Viera outlined Ford’s use of analytics and big data as part of a panel discussion at Friday’s 2013 Net Impact conference in San Jose, Calif. The group, comprised of scientists, mathematicians, computers modelers and other researchers, uses analytics and big data to minimize Ford’s environmental impact and improve its bottom line, according to Viera.
For example, the group has developed a science-based model that projects CO2 emissions generated by the fleet of vehicles on roads worldwide for the next 50 years, helping Ford set aggressive fuel economy targets.
Researchers at the center have also advanced Ford’s EcoBoost engines, hybrid and plug-in hybrid technologies, flex-fuel, all-electric, biodiesel, CNG and LPG models. They’ve also created mathematical models that optimize millions of possible vehicle combinations to help construct an eco-conscious and cost-effective global technology roadmap, resulting in green products such as Ford Auto Start-Stop, which saves fuel use when the car is standing and running at idle. Savings vary depending on driving patterns, but owners who spend most time in heavy urban areas and city traffic will benefit the most — up to 10 percent — and on average. Auto Start-Stop improves fuel efficiency by about 3.5 percent, the company says.
Ford researchers have also developed specific tools such as the Ford Fleet Purchase Planner, an analytical system that uses mathematical optimization to provide fleet customers with customized purchase recommendations that help them save money and improve corporate sustainability.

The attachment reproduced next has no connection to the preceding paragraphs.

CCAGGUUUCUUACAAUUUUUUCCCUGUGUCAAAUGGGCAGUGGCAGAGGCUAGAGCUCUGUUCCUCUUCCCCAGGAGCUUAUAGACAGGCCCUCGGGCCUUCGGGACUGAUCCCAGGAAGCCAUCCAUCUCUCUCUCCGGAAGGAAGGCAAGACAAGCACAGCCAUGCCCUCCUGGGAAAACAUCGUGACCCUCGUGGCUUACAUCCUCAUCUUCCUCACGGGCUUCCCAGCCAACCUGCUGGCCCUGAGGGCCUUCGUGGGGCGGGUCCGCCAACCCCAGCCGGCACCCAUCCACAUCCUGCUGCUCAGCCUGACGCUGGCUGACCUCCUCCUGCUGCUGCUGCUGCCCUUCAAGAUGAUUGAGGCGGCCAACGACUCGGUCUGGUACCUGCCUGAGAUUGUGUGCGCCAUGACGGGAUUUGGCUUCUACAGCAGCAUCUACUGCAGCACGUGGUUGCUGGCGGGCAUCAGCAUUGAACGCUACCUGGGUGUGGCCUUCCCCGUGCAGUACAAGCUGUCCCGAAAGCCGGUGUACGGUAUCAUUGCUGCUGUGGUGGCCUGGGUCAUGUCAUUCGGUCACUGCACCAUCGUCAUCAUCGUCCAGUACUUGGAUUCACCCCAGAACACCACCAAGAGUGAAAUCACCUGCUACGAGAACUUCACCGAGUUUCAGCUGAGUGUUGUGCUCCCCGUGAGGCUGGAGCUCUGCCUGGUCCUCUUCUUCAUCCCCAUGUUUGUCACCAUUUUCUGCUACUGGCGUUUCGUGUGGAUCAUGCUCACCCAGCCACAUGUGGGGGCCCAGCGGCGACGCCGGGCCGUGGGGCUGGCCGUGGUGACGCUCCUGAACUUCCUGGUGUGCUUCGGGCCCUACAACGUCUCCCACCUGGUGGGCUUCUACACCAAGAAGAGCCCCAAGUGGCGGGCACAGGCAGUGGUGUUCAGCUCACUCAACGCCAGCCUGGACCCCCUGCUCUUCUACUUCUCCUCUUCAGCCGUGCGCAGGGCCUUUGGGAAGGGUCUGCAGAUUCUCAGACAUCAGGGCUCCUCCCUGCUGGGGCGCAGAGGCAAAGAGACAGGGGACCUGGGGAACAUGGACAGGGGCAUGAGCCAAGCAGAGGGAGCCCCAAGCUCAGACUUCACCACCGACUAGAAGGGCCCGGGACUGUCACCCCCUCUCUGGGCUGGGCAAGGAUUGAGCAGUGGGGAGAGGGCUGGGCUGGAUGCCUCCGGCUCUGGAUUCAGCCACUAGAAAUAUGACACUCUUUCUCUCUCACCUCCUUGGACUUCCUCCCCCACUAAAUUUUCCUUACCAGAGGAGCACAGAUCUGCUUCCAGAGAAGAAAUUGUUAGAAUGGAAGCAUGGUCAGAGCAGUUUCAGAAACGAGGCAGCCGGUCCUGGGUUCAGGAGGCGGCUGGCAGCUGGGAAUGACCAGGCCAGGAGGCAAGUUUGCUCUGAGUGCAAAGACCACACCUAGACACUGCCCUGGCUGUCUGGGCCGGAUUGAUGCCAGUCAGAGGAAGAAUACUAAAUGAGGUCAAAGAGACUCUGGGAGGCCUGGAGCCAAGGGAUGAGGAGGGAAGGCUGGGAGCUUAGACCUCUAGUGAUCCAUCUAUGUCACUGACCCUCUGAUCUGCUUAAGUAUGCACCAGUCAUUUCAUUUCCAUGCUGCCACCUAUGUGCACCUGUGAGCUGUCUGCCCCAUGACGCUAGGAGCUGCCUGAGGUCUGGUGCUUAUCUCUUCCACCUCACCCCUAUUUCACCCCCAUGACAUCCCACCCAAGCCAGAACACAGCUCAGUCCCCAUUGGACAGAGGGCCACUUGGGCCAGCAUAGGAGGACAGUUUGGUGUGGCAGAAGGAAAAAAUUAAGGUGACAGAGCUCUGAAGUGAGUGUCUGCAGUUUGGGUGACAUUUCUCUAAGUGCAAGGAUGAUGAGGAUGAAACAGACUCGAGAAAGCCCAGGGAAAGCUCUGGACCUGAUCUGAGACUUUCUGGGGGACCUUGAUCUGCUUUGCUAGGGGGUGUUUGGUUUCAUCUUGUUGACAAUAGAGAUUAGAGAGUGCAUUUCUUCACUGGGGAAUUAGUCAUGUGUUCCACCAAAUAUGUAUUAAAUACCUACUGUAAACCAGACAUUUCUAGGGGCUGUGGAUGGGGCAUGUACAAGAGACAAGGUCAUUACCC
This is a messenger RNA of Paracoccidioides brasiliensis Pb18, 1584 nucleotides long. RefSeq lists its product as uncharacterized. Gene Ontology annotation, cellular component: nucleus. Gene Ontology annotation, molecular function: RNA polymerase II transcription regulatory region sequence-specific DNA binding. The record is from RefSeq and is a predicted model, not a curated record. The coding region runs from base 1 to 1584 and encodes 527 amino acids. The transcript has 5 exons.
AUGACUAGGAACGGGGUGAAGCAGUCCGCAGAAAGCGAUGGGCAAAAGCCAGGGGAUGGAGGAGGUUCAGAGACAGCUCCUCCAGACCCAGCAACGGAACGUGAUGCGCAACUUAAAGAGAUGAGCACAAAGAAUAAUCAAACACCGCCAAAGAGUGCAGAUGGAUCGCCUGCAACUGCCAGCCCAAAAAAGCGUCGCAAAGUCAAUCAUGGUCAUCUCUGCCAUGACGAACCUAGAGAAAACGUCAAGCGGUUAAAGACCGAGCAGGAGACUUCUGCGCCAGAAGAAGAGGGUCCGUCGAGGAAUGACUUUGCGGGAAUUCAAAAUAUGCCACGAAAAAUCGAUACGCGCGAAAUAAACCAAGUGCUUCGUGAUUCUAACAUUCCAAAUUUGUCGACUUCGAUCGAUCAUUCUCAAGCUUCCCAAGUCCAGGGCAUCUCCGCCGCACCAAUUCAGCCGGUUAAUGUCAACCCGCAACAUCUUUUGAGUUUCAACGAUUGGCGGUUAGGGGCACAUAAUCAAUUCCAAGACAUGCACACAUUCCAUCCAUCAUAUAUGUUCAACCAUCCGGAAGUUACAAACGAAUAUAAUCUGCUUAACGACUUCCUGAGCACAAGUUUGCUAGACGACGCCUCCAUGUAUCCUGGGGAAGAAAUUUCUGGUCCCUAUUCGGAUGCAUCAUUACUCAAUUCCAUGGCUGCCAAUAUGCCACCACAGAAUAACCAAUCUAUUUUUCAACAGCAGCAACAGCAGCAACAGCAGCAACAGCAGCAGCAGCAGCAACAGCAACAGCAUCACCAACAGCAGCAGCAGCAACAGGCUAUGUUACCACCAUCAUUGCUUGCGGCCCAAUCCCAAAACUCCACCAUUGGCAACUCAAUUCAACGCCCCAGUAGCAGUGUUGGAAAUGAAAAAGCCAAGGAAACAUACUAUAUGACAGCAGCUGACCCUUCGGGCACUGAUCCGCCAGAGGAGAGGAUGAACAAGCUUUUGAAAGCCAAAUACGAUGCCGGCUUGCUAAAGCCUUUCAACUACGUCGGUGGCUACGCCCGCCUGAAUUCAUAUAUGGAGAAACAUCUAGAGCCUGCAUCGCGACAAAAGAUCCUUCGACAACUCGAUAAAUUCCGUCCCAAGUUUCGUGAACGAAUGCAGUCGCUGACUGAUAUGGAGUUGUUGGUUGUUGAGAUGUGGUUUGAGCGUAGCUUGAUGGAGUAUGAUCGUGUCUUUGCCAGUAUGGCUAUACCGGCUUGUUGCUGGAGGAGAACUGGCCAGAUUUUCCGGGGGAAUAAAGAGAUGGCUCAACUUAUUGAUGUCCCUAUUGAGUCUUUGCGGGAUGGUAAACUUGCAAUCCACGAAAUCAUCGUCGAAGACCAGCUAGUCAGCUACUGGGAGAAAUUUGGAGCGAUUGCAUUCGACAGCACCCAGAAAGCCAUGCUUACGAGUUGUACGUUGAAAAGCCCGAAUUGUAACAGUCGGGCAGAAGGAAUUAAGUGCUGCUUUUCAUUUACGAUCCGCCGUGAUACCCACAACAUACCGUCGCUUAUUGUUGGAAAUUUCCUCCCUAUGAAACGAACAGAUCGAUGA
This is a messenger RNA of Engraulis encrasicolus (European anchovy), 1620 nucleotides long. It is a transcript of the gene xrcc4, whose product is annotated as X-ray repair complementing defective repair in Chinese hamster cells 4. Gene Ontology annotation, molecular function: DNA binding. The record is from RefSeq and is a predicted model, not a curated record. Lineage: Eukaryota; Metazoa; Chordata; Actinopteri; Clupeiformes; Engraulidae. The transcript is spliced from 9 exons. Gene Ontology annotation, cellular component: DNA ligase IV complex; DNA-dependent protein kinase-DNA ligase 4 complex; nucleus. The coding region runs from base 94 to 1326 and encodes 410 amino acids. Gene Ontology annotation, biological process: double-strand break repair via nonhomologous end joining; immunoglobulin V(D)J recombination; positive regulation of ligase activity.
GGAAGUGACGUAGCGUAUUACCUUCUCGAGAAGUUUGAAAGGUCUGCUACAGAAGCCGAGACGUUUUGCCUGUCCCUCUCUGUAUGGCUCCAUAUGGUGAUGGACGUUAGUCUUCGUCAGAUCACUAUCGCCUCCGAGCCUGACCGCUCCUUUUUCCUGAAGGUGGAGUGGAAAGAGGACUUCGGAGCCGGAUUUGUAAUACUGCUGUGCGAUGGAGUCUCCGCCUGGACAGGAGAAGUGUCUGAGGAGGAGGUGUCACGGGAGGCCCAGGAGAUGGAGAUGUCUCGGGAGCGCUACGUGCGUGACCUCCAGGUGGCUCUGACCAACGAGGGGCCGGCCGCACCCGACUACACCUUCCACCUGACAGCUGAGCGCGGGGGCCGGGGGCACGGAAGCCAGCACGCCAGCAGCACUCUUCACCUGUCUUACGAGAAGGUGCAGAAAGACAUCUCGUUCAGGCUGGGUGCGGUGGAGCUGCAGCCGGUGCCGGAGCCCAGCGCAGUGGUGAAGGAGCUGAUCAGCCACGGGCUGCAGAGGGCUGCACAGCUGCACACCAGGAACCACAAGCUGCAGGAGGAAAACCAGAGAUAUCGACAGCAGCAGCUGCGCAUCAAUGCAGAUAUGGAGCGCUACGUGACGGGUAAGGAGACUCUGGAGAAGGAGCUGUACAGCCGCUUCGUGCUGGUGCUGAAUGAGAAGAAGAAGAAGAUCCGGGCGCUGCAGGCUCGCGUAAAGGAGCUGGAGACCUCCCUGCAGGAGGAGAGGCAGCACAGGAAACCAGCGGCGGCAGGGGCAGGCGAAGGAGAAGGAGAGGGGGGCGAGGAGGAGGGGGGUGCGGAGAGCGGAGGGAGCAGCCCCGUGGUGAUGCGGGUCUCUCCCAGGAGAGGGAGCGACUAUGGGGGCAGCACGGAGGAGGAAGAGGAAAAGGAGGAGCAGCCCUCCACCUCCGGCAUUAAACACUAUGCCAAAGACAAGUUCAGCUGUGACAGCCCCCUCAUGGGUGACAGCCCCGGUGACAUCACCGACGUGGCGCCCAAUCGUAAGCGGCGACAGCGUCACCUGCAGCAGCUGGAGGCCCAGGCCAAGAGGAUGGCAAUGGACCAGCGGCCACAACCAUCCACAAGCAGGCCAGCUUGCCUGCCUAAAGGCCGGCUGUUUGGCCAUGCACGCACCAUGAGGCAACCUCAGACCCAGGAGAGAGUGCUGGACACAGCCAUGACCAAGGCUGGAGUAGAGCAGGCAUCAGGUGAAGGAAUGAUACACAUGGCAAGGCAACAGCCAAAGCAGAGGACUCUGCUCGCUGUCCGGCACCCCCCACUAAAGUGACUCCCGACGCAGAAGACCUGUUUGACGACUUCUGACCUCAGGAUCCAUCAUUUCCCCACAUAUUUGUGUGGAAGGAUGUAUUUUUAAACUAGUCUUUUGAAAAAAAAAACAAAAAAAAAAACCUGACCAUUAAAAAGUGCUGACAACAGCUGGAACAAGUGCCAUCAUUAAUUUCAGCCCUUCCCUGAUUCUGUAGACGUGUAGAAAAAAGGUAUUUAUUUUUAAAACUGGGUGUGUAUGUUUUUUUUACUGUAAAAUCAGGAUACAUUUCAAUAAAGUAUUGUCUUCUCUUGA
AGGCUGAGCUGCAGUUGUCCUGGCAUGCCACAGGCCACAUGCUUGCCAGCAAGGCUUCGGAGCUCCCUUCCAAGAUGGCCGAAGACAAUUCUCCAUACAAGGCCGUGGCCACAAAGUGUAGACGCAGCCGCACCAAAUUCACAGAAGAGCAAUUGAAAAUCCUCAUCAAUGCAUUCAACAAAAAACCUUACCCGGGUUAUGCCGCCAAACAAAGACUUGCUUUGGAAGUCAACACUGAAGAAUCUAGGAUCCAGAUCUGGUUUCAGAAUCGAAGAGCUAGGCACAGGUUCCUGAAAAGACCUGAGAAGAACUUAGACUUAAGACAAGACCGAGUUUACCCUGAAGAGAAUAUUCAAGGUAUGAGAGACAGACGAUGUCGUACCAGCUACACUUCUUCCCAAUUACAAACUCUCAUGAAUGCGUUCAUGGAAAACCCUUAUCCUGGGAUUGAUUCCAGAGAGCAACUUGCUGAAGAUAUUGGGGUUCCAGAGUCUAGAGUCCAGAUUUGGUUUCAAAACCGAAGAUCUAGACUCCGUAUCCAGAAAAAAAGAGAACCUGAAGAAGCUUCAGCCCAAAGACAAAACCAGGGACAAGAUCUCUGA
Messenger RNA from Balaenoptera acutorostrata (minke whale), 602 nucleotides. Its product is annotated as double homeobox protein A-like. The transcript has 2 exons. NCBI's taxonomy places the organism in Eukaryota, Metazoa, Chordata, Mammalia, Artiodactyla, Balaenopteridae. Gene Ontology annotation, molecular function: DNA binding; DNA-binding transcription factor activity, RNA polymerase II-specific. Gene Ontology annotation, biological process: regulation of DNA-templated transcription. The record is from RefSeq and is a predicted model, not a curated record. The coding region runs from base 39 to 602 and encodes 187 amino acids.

Ford says it continues to expand its use of big data as more and better technologies, methodologies and datasets emerge. The plug-in hybrid Ford Fusion Energi (pictured), for example, generates about 25 gigabytes of data every hour that are useful for further improvements in fuel economy and vehicle emission reductions. Ford researchers are already experimenting with vehicles that generate 10 times that much data —250 gigabytes — per hour, the company says.
Some other areas Ford is exploring for green analytics potential:
- Green routing, which optimizes driving routes to reduce a vehicle’s impact on local air quality in specific locations, such as near hospitals, schools and in high-density residential areas.
- Statistical analysis of vehicle usage data to provide insight into consumer acceptance of electric vehicles and the electrification of personal transportation.
- Optimal use of current and future biofuels.
- Demand and availability of strategic materials used in powertrains, including rare earth elements, lithium and platinum group metals.
- Life-cycle analysis tools aimed at measuring energy and water use — along with greenhouse gas emissions — associated with alternative fuels and materials.
Ford invested $8 million in a battery lab that opened earlier this month at the University of Michigan that the automaker says will help it develop batteries that are smaller, lighter and less expensive to produce.